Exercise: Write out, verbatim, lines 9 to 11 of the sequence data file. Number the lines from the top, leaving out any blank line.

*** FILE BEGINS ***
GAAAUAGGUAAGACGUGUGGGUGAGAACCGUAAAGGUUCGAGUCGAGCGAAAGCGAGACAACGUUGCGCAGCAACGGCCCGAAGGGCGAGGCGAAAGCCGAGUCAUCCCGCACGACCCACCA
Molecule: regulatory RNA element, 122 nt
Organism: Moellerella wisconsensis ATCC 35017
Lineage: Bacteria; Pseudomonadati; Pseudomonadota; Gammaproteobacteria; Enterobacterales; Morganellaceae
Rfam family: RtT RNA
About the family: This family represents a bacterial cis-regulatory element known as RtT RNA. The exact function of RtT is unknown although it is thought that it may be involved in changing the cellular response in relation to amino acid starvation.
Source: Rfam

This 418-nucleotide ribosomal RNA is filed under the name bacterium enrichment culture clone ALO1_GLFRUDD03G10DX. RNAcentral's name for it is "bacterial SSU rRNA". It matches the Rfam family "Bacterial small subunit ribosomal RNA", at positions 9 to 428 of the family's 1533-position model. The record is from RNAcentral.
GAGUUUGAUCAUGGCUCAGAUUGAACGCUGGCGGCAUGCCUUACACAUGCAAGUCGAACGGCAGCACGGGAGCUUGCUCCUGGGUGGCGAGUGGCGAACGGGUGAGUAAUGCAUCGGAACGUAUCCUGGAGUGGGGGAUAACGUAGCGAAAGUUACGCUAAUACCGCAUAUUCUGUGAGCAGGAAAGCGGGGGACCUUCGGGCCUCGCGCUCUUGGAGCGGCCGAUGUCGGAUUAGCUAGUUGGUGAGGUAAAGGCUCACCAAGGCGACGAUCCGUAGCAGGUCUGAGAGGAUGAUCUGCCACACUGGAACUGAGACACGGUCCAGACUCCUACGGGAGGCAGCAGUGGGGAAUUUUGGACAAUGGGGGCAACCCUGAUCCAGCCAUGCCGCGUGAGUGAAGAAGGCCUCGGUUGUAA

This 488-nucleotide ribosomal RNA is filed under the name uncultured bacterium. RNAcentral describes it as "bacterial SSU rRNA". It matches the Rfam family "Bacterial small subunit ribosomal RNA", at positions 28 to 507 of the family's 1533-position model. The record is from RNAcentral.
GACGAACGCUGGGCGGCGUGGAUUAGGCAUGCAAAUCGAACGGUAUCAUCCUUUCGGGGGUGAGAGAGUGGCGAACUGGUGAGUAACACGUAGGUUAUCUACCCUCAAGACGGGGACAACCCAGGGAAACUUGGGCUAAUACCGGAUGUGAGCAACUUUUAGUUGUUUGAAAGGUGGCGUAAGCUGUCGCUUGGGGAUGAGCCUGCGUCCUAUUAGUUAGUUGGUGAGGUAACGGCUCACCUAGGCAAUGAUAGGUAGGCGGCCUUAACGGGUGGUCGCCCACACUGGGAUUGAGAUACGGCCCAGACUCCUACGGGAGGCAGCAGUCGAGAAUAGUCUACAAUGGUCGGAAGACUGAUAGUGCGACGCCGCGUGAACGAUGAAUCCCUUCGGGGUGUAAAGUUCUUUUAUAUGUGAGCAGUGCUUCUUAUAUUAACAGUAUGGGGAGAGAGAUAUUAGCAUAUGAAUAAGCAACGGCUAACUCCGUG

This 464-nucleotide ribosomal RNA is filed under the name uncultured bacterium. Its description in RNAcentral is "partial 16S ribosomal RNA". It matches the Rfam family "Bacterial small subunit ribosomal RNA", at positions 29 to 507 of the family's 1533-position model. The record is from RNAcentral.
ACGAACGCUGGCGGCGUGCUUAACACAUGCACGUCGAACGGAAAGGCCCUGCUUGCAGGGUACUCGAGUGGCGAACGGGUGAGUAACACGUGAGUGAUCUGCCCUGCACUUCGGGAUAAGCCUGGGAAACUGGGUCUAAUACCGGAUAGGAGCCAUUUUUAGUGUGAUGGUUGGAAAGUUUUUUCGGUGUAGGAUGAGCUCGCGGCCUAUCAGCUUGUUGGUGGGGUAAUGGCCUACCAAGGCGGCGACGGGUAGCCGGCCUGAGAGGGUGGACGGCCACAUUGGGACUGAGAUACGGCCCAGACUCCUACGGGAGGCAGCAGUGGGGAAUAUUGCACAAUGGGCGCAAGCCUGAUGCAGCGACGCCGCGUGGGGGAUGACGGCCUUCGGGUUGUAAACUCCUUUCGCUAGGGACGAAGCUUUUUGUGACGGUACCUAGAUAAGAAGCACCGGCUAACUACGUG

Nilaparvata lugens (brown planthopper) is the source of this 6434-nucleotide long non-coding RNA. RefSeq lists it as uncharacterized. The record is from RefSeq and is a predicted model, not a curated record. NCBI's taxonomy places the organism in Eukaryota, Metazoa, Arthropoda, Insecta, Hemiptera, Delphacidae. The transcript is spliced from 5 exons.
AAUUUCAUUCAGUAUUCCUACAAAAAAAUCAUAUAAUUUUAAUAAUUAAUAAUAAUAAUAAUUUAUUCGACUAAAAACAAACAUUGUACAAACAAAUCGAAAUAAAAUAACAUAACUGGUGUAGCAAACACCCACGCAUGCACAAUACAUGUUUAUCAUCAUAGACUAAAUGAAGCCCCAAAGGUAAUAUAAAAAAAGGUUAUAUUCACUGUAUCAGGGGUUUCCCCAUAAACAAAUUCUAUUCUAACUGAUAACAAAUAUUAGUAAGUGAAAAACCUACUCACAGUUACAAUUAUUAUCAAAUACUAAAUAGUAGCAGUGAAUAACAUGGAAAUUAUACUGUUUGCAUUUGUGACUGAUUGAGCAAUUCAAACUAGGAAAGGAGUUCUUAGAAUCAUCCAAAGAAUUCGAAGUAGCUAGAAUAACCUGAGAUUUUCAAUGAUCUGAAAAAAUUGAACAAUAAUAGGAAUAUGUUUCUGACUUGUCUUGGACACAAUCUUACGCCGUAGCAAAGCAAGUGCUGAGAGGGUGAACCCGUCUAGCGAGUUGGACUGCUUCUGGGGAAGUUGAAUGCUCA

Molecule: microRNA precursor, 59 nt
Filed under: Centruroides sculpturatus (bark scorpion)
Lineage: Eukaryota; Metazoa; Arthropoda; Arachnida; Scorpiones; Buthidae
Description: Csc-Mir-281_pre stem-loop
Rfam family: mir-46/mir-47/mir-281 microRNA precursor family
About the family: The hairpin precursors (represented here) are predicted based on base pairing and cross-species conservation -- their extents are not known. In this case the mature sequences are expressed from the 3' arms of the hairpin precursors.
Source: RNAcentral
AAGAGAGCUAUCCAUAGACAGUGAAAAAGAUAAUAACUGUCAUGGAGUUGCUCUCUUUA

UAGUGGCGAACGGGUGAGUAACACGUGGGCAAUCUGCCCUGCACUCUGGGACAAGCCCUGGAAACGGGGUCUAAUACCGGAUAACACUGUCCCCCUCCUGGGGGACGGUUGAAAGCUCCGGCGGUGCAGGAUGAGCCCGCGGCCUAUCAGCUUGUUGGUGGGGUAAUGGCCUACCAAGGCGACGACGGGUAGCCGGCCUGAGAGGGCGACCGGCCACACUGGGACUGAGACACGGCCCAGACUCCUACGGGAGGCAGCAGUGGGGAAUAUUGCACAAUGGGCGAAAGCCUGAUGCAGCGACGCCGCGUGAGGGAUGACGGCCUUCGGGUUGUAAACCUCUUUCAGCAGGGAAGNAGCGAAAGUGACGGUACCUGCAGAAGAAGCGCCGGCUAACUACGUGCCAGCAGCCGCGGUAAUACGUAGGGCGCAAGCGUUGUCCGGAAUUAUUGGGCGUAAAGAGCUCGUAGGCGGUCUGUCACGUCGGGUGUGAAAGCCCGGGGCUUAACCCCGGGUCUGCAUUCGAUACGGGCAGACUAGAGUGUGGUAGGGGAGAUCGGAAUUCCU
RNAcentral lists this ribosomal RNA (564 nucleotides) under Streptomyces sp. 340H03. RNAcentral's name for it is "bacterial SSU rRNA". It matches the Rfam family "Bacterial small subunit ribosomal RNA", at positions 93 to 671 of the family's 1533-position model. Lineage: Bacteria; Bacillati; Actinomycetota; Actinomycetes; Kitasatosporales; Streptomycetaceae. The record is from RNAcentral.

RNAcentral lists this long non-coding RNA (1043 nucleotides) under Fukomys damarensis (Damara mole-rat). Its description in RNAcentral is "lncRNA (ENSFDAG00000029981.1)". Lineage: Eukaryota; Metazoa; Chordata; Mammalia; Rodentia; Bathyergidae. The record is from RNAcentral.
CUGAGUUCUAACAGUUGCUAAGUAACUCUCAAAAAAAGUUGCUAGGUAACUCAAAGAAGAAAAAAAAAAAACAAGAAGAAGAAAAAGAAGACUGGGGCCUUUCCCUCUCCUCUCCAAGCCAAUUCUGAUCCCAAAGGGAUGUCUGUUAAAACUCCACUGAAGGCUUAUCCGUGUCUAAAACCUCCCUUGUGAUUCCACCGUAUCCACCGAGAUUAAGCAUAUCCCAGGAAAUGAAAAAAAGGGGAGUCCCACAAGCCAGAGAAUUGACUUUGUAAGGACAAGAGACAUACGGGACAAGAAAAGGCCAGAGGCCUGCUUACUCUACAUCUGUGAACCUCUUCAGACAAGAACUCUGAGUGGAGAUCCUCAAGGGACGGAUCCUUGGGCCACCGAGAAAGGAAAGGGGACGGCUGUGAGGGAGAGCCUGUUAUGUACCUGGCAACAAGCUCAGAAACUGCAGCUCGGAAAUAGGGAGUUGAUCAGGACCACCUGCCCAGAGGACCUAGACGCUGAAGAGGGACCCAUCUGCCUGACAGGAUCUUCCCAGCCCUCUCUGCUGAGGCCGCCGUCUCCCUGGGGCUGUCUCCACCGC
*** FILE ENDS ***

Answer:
GAGUUUGAUCAUGGCUCAGAUUGAACGCUGGCGGCAUGCCUUACACAUGCAAGUCGAACGGCAGCACGGGAGCUUGCUCCUGGGUGGCGAGUGGCGAACGGGUGAGUAAUGCAUCGGAACGUAUCCUGGAGUGGGGGAUAACGUAGCGAAAGUUACGCUAAUACCGCAUAUUCUGUGAGCAGGAAAGCGGGGGACCUUCGGGCCUCGCGCUCUUGGAGCGGCCGAUGUCGGAUUAGCUAGUUGGUGAGGUAAAGGCUCACCAAGGCGACGAUCCGUAGCAGGUCUGAGAGGAUGAUCUGCCACACUGGAACUGAGACACGGUCCAGACUCCUACGGGAGGCAGCAGUGGGGAAUUUUGGACAAUGGGGGCAACCCUGAUCCAGCCAUGCCGCGUGAGUGAAGAAGGCCUCGGUUGUAA

This 488-nucleotide ribosomal RNA is filed under the name uncultured bacterium. RNAcentral describes it as "bacterial SSU rRNA". It matches the Rfam family "Bacterial small subunit ribosomal RNA", at positions 28 to 507 of the family's 1533-position model. The record is from RNAcentral.
GACGAACGCUGGGCGGCGUGGAUUAGGCAUGCAAAUCGAACGGUAUCAUCCUUUCGGGGGUGAGAGAGUGGCGAACUGGUGAGUAACACGUAGGUUAUCUACCCUCAAGACGGGGACAACCCAGGGAAACUUGGGCUAAUACCGGAUGUGAGCAACUUUUAGUUGUUUGAAAGGUGGCGUAAGCUGUCGCUUGGGGAUGAGCCUGCGUCCUAUUAGUUAGUUGGUGAGGUAACGGCUCACCUAGGCAAUGAUAGGUAGGCGGCCUUAACGGGUGGUCGCCCACACUGGGAUUGAGAUACGGCCCAGACUCCUACGGGAGGCAGCAGUCGAGAAUAGUCUACAAUGGUCGGAAGACUGAUAGUGCGACGCCGCGUGAACGAUGAAUCCCUUCGGGGUGUAAAGUUCUUUUAUAUGUGAGCAGUGCUUCUUAUAUUAACAGUAUGGGGAGAGAGAUAUUAGCAUAUGAAUAAGCAACGGCUAACUCCGUG